Bonking Dog Trainer Jeff Gellman Turned Away
Using kindness to teach dogs wins out. By viewing his own videos it’s clear that Rhode Island-based dog trainer Jeff Gellman is abusive.
Gellman was scheduled to appear at Bark Avenue Daycamp in Bartlett, IL. Oct 3-Oct.4. A core group and many other voices (thousands) participated in social media to impact change, and Bark Avenue cancelled, no longer serving as host to this trainer who defends hurling a heavy towel on to dogs’ heads to “train” which he calls “bonking.”
I want to first thank readers of my blog and who follow me in social media who have stepped up; without you my platforms wouldn’t be nearly as effective. A Facebook page was created s to keep those who are reviled Gellman’s techniques to stay up to date about actions that may be taken. Many sent emails to Bark Avenue Daycamp. Attorney/dog trainer Oleg Sobol authored a letter to DuPage County and Bartlett officials with signatures from many luminaries in animal behavior and dog training, and many others from people who simply love their dogs. In that letter, Sobel noted that Gellman’s techniques are so abusive, essentially suggesting that by appearing in Bartlett, he could potentially be arrested for animal abuse.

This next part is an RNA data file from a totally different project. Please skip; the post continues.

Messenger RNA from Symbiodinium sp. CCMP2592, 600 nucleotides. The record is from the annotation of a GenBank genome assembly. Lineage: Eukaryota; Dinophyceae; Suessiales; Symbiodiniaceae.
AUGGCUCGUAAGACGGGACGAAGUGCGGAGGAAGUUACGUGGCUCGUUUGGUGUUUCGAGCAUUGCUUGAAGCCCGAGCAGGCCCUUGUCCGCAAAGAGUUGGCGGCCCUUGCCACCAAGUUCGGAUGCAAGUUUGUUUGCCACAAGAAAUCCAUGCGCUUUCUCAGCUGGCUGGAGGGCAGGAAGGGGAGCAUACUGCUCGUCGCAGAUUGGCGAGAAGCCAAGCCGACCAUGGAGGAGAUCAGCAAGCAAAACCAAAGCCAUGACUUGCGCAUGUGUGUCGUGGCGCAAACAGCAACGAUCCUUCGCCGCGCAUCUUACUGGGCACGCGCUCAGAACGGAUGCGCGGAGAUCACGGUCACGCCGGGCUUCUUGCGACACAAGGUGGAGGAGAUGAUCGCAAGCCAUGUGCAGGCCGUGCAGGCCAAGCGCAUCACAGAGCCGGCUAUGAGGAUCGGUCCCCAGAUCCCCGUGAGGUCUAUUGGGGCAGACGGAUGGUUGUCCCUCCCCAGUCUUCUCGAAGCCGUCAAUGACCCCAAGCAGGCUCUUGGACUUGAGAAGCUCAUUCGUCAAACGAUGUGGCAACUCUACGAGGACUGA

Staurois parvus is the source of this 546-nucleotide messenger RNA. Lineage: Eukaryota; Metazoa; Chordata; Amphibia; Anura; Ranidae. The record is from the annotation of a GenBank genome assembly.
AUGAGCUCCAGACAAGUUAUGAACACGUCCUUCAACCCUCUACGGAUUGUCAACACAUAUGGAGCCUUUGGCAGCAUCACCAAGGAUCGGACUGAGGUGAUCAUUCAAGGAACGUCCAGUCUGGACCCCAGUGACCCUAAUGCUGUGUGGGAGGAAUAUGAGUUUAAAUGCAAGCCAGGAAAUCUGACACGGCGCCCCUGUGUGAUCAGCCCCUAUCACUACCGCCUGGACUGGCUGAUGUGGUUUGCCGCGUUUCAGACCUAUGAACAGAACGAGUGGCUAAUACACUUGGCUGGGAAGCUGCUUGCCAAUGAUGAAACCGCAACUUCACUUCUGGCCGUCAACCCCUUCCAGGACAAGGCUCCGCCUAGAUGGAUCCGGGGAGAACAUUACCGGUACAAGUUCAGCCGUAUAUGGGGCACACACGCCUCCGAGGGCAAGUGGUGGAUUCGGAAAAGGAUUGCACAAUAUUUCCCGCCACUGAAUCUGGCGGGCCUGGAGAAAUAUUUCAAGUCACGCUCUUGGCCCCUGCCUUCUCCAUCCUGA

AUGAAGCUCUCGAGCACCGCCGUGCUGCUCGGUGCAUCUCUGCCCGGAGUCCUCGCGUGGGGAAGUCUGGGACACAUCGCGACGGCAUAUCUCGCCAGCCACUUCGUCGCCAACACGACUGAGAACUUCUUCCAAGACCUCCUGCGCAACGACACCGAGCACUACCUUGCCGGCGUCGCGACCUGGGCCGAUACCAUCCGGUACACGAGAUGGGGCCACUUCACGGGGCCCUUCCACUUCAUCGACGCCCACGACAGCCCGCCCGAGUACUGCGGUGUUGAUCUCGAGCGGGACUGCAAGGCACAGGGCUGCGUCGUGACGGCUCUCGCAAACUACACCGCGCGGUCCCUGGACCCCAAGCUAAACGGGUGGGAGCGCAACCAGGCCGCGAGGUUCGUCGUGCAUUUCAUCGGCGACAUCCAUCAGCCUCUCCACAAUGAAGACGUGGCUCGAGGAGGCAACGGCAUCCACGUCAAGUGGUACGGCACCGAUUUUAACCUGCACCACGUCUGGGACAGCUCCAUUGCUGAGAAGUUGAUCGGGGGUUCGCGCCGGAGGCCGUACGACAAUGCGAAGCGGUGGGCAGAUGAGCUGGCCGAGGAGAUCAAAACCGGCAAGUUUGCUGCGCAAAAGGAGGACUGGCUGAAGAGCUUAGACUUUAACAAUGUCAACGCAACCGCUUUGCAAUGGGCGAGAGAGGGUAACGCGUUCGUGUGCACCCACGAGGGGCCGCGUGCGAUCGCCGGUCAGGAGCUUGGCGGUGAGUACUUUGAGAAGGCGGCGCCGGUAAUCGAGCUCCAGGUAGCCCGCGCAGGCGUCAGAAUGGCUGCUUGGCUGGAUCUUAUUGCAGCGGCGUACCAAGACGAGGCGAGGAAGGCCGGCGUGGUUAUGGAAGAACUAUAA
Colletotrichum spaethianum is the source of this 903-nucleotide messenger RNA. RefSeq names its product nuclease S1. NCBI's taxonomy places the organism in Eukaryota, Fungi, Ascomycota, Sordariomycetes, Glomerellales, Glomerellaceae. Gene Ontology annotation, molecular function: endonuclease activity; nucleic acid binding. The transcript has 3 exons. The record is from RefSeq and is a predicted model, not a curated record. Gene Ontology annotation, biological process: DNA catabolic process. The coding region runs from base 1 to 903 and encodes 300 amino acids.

Dog trainers often don’t agree on specifics but it’s clear to all dog trainers I know that Gellman is over the top. Here’s an example. It’s what Gelman calls bonking. Who in the year 2020 can fathom a dog trainer hurling a thick rolled-up towel bound with rubber bands on to dogs’ heads while standing in close proximity. See for yourslef.
In this recent video, Gellman complains about how he is criticized for bonking dogs “cancel culture.” Well, for starters, he doesn’t clearly understand what the term refers to. More important, there’s no reason for him to bonk. If dogs learn anything, it’s not to trust the person hurling the towel on their head, or perhaps eventually to distrust all people. Sure dogs may – for a time – inhibit behavior. However, it’s unclear what they really learn.
What I truly want to understand is not Gellman so much – but why people actually buy into aversive and downright abusive training methods. How can people in 2020 truly think there isn’t a better way when we know that there is?
The Chicago area has proved that unifying trainers and also the veterinary community can impact a profound affect. I am so grateful to those who stepped up to help including dog trainer Yvonne Feeney; dog trainer Stephen Frost, humane education officer Anderson Animal Shelter; dog trainer Stacey Hawk; veterinary behavior Dr. Fila Jokela and dog trainer/attorney Oleg Sobol, and each and every person who commented in social, emailed or phoned Bark Avenue Daycamp or signed Sobel’s letter. Good has won out over Jeff Gellman, and most of all, dogs win.